Israeli travel agencies will soon have to promise not to send tourists to the West Bank
In the Hebrew-language document dated April 23, the Border Control Department of the Israeli Population and Immigration Authority notifies travel agencies that as of May 15, the day when Palestinians commemorate the 1948 Nakba, they will have to "attach, with each request to bring a group of tourists into the country, a special form pledging that they will not send tourists to Judea and Samaria,” using the Israeli term for the occupied West Bank.
The document only addresses Israeli tourism agencies, and not individual would-be tourists.
The forms must be signed and sent to one of three Population and Immigration Authority email addresses listed in the document.
The document warns tourism agencies that their requests to bring groups of tourists would "not be processed" if the pledge was not signed and attached.
If implemented, the new regulation described in the document would be an additional blow to a suffering tourism industry in the occupied West Bank, which already has to contend with numerous unequal laws and restrictions that have crippled the Palestinian market, while investing millions of dollars in the Israeli market.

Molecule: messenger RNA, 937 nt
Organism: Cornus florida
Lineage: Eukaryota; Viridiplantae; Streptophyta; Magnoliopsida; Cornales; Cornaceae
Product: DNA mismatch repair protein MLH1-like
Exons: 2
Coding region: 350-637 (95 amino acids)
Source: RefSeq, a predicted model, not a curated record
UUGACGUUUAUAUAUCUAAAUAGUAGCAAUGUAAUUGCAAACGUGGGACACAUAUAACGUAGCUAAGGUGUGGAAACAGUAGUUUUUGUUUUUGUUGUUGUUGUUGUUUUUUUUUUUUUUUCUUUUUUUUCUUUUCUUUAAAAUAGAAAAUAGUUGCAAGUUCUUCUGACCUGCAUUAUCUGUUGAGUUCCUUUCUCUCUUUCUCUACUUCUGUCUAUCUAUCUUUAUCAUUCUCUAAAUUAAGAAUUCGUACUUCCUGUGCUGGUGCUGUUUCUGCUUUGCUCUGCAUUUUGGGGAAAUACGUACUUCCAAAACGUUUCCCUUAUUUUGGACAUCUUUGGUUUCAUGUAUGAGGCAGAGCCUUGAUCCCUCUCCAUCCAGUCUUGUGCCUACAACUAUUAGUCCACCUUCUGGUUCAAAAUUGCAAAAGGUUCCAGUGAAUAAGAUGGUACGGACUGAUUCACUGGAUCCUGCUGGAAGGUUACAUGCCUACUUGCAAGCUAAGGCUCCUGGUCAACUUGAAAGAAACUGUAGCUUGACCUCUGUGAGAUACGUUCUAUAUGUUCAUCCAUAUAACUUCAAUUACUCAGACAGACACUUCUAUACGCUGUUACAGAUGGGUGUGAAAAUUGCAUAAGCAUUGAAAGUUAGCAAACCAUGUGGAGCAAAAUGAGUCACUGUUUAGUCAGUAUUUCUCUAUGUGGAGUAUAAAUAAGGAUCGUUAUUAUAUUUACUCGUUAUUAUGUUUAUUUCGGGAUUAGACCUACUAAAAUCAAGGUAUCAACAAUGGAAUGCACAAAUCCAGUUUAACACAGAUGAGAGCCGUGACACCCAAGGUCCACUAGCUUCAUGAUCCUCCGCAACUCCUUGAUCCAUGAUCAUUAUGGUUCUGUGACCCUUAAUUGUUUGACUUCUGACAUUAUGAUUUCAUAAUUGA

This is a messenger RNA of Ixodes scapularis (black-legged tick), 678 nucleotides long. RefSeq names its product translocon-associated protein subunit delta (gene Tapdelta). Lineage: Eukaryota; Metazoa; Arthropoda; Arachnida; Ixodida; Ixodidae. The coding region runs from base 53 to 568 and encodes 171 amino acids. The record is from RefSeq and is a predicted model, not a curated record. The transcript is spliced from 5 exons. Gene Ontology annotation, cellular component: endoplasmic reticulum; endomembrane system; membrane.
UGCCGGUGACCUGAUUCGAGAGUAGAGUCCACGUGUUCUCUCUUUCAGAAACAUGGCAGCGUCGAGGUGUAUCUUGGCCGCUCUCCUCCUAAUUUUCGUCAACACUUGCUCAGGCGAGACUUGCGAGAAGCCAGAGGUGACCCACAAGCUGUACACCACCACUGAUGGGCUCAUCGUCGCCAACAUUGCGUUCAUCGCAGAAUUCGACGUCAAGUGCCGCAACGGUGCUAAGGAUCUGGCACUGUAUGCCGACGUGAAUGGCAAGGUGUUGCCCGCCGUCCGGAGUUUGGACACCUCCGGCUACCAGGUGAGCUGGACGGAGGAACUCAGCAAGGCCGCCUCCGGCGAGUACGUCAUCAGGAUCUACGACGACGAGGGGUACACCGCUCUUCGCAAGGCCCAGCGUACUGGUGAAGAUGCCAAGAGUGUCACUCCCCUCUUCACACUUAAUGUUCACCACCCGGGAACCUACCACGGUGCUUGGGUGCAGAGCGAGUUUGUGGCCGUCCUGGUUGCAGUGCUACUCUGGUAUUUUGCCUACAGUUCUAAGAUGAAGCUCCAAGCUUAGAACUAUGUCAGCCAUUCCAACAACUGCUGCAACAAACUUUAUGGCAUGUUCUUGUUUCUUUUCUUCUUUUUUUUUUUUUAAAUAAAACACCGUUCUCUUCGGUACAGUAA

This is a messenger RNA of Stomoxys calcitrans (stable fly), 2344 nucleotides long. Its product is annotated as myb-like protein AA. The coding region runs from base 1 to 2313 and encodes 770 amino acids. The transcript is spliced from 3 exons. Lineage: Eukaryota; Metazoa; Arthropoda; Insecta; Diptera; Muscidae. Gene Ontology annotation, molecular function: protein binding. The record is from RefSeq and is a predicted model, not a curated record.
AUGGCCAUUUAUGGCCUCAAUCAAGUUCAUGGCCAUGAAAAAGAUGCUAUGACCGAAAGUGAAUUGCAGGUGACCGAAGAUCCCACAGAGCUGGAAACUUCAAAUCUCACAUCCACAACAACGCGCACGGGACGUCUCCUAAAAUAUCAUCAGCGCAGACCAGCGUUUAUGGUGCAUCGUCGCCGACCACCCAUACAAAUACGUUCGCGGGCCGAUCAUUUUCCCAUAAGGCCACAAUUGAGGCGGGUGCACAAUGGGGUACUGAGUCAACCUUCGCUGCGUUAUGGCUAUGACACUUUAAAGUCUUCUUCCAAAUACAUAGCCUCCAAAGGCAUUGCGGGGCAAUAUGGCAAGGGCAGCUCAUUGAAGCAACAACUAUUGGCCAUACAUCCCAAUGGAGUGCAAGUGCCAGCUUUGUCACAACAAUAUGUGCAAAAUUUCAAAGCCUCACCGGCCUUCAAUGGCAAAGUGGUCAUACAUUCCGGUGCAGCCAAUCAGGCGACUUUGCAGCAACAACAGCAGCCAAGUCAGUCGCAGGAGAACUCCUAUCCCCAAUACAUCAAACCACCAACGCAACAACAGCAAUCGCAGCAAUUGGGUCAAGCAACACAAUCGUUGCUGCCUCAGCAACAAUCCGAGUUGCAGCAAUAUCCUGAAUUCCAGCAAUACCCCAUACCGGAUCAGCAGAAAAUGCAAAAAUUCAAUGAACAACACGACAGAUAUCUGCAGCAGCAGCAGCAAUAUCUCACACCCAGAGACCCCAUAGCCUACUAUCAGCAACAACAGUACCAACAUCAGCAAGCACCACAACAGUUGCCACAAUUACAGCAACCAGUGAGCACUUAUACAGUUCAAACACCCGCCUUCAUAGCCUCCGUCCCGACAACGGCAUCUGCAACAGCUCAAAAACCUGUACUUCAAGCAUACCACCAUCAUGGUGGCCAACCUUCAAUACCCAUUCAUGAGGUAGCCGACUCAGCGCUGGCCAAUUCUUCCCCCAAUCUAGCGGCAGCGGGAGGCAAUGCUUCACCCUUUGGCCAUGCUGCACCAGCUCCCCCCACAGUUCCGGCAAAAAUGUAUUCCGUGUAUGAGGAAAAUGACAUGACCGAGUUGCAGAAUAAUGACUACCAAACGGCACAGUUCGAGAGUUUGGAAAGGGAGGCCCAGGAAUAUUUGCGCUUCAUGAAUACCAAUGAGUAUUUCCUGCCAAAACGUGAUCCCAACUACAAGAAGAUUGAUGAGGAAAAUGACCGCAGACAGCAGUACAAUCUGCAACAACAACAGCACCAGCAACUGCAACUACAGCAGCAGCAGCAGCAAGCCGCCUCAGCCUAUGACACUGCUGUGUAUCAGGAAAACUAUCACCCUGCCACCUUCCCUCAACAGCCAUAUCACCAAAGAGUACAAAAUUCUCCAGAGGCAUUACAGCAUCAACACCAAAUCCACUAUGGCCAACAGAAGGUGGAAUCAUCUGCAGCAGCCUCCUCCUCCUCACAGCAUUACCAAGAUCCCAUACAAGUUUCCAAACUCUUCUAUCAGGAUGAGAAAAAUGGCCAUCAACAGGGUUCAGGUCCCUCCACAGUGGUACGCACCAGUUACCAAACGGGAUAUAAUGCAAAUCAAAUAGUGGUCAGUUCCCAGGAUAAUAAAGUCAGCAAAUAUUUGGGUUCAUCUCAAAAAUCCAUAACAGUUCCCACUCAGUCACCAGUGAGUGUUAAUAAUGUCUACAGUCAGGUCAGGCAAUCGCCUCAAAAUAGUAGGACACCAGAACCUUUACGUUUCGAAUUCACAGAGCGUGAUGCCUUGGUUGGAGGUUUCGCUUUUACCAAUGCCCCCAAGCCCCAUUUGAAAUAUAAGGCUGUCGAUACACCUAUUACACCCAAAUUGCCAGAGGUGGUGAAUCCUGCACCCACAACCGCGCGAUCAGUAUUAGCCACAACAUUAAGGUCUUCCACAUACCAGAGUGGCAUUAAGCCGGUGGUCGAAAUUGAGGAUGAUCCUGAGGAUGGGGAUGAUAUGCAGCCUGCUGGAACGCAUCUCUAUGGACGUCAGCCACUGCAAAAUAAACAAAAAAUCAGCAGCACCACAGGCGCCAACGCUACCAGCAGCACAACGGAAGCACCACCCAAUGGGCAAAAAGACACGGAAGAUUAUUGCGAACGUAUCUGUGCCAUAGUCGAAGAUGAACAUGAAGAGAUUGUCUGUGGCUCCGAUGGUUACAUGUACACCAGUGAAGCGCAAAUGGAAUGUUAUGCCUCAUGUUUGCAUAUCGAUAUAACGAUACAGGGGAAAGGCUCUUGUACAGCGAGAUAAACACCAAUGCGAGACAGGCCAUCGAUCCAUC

As current regulations stand, when applying for visas, Israeli tourism agencies only need to submit names and passport numbers, while Palestinian agencies attempting the same are met with administrative obstacles, and cannot guarantee that their visa requests will be accepted.
Tourists who tell Israeli border control officials of their intention to visit the occupied West Bank also face the possibility of undergoing lengthy interrogations, or even deportation for alleged security reasons, or without being provided an explanation at all.
When tourists are able to reach the occupied West Bank, they are then forced to negotiate with hundreds of Israeli checkpoints and other military obstacles that restrict movement for Palestinians both within the West Bank and along its borders with Israel and Jordan.
“Another obstacle to operating a tour is the presence of 500,000 to 600,000 illegal Israeli Jewish settlers currently living in the occupied Palestinian territory,” who “constitute a growing and consistent threat to Palestinian livelihoods,” including Palestinian tour guides, Alqasis noted.